Gary Michelson, L.A.'s Richest Animal Lover, Offers $25 Million to Whoever Invents Non-Surgical Spaying Method
Calling all out-of-work animal researchers (or, perhaps, monkey-testing UCLA scientists, looking for redemption):
dogslifemagazine.com Gary Michelson loves dogs. A lot.
L.A. billionaire Gary Michelsen is dangling $44 million in grants -- and a $25 final prize -- to those who accept his challenge to come up with a surgery-free way of neutering animals. Michelsen's generosity is born of the pity he feels for the "3-4 million animals euthanized each year in U.S. shelters," according to today's prsser.
Hm. In light of this high-profile race to sterility, we'd like to offer Michelsen a prize of his own:
Undisputed titleholder as L.A.'s -- and probably the world's -- richest, and weirdest, pet obsessionado.
The bulging Michelson Prize & Grants program is being offered through the Found Animals Foundation, whose press officer tells us that competition is fierce for the grants. Of 150 applications since the 2008 starting gun, only 15 have been approved -- whittling the $50 million grant fund down to (a still very bulging) $44 million.
"[Program directors] had said this is something that would take years to accomplish," says the press officer. "They are being very conservative with who they choose."
So no joke "kick Fido in the balls" applications, got it kids?
The incentive behind finding a way to mass-neuter, no surgery required, is that the easier and cheaper it is, the more likely pet owners and animal shelters will be to shut down their puppy-making machines. And, clearly, fewer overall pups means fewer dead pups, who have to be euthanized to make room in the shelters.
According to Found Animals:
Spay and neuter procedures require general anesthesia and an adequately equipped surgical facility, both of which create obstacles for pet owners such as high costs, transportation of animals and inherent risks of surgery. A single dose, non-surgical sterilant would be a more effective solution to defer cost and inconvenience for many pet owners, according to experts.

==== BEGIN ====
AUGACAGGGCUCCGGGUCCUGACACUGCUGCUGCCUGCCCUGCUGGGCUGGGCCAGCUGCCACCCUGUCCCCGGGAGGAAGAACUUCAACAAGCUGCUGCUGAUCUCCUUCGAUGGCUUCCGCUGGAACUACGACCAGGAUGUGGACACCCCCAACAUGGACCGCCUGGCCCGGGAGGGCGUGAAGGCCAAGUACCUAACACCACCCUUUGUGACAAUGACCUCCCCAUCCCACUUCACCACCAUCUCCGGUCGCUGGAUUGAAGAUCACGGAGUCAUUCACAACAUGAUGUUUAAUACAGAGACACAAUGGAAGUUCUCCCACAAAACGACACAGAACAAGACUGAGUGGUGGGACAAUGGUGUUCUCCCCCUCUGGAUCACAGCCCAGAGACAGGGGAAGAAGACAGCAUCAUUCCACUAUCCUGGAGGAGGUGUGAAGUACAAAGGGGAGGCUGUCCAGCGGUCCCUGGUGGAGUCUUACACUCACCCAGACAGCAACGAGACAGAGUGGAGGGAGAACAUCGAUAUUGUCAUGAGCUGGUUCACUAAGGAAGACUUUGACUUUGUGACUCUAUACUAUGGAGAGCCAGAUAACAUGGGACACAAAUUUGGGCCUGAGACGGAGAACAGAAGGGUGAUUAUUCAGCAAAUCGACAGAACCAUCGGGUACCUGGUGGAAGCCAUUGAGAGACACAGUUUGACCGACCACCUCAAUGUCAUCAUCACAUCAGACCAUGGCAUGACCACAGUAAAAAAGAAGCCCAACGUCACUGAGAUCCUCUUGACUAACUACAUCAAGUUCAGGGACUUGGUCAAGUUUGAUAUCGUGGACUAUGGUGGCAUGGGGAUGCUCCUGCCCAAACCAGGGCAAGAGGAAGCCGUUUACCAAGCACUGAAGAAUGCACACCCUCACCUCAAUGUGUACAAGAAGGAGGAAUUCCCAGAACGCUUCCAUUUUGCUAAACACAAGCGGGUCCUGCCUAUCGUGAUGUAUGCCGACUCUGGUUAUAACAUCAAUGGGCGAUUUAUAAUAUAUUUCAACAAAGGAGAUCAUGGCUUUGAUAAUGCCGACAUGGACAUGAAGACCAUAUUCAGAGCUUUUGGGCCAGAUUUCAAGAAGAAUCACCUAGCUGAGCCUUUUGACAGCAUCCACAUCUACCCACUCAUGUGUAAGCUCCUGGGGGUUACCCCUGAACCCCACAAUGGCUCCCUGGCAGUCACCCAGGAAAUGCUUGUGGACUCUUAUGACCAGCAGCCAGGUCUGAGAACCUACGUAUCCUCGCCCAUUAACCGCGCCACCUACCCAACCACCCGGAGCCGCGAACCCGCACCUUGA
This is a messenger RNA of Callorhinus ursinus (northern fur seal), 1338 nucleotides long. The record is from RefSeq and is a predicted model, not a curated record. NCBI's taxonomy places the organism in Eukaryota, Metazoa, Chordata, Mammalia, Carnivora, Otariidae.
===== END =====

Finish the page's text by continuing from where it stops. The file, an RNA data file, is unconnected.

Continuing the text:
So effective, apparently, to be worth $75 million in Michelsen gold. (Not that he's exactly hurting for millions, reports Forbes, given his "$1.35 billion settlement between him and device giant Medtronic in 2004 after years of litigation over spinal surgery patents." The Los Angeles resident currently sits at No. 290 in the Forbes 400. Not bad.)
So how are the Big 15 coming along, so far? Aimee Gilbreath, Found Animals director, is hopeful:
"What's even more exciting is that we're seeing proposals based on new technologies such as nanocontainers and gene silencing, meaning that researchers are applying cutting edge science to this problem," she says in a statement.
We've just got one question. How are these ballin' researchers trying out different neutering methods without testing on live animals? Aka, without pissing off the same animal-activist circles who are undoubtedly backing this thing?